No wonder the sparkle is seen from space. Hoffert's team estimates that within the next century humanity could use three times that much. Fossil fuels have met the growing demand because they pack millions of years of the sun's energy into a compact form, but we will not find their like again. Fired up by my taste of energy freedom, I went looking for technologies that can address those numbers. The answers are out there.

But they all require one more thing of us humans who huddle around the fossil fuel fire: We're going to have to make a big leap—toward a different kind of world. On a cloudy day near the city of Leipzig in the former East Germany, I walked across a field of fresh grass, past a pond where wild swans fed. The field was also sown with 33, photovoltaic panels, planted in rows like silver flowers all turned sunward, undulating gently across the contours of the land. It's one of the largest solar arrays ever. When the sun emerges, the field produces up to five megawatts of power, and it averages enough for 1, homes.

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Nearby are gaping pits where coal was mined for generations to feed power plants and factories. The skies used to be brown with smoke and acrid with sulfur. Now the mines are being turned into lakes, and power that once came from coal is made in a furnace 93 million miles million kilometers away. Solar electric systems catch energy directly from the sun—no fire, no emissions.

Some labs and companies are trying out the grown-up version of a child's magnifying glass: giant mirrored bowls or troughs to concentrate the sun's rays, producing heat that can drive a generator. But for now, sun power mostly means solar cells. The idea is simple: Sunlight falling on a layer of semiconductor jostles electrons, creating a current.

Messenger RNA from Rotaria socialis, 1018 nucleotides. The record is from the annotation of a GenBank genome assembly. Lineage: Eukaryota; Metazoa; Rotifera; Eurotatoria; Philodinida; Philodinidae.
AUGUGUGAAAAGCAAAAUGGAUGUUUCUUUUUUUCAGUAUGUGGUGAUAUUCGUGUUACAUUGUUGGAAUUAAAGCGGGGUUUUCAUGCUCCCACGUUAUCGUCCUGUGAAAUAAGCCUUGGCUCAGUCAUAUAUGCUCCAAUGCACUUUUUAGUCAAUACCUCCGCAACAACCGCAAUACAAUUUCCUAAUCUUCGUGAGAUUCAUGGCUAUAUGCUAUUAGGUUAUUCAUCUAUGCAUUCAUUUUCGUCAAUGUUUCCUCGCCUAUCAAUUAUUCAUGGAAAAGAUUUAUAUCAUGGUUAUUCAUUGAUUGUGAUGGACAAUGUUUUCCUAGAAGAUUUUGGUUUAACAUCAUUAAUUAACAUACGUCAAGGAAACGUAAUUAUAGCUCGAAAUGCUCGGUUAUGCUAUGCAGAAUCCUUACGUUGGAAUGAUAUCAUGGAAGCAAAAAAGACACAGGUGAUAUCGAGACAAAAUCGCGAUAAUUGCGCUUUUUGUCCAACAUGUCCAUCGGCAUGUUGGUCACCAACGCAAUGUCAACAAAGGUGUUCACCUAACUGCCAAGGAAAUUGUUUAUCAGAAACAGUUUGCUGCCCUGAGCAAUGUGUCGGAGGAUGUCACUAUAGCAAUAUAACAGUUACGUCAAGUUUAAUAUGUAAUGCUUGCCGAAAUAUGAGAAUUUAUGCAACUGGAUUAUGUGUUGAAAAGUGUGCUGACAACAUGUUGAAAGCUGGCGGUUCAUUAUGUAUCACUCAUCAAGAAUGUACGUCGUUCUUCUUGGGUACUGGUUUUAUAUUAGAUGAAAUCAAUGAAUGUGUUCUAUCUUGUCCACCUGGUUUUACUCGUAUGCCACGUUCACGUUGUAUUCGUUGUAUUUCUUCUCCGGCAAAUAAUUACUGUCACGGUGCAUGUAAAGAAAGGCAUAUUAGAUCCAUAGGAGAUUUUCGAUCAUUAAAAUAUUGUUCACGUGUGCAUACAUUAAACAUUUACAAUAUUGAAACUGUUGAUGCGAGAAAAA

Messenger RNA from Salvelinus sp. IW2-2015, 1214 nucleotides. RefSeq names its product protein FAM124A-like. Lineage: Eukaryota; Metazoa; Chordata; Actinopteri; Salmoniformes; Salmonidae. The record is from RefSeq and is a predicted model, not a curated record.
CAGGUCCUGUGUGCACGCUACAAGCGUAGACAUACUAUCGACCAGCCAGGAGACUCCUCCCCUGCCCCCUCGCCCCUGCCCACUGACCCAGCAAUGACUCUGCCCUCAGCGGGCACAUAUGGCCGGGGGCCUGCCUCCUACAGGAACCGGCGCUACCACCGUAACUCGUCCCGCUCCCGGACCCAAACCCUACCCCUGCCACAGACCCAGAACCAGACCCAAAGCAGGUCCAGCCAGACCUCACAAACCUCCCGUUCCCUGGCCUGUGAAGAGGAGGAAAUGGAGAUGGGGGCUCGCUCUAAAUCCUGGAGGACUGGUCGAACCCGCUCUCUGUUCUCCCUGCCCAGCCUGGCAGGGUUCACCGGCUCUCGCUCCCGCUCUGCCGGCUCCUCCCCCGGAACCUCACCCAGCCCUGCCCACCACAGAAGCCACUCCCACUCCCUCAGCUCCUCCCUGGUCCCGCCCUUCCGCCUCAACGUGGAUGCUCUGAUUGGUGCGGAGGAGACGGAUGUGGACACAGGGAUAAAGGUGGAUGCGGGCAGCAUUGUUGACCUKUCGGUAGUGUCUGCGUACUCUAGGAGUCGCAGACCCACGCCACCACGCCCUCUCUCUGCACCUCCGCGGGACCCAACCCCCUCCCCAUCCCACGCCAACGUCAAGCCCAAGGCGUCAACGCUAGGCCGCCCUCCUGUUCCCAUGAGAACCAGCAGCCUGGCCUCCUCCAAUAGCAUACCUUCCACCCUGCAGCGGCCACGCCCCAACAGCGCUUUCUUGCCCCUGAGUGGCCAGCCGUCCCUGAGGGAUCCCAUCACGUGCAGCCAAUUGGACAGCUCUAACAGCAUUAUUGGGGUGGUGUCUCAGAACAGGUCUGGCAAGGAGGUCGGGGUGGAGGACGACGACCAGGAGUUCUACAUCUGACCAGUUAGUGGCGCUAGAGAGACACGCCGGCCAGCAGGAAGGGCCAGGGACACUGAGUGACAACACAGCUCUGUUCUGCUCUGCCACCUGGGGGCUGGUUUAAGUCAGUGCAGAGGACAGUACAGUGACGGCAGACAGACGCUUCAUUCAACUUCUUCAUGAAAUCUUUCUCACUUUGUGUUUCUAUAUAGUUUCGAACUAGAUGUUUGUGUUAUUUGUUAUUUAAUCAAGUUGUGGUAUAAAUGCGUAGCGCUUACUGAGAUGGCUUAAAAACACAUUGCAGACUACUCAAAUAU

Yet the cost of the cells, once astronomical, is still high. Like most things electronic, solar power has been getting cheaper. Tomorrow, he says, it will make sense for almost everyone. Martin Roscheisen, CEO of a company called Nanosolar, sees that future in a set of red-topped vials, filled with tiny particles of semiconductor. He won't say exactly what the particles are, but the "nano" in the company name is a hint: They are less than a hundred nanometers across—about the size of a virus, and so small they slip right through skin.

Roscheisen believes those particles promise a low-cost way to create solar cells. Instead of making the cells from slabs of silicon, his company will paint the particles onto a foil-like material, where they will self-assemble to create a semiconductor surface. The result: a flexible solar-cell material 50 times thinner than today's solar panels.

Roscheisen hopes to sell it in sheets, for about 50 cents a watt. At that price solar could compete with utilities and might take off. If prices continued to drop, solar cells might change the whole idea of energy by making it cheap and easy for individuals to gather for themselves. That's what techies call a "disruptive technology. We believe solar electric systems will be disruptive to the energy industry. Yet price isn't the only hurdle solar faces. There are the small matters of clouds and darkness, which call for better ways of storing energy than the bulky lead-acid batteries in my system.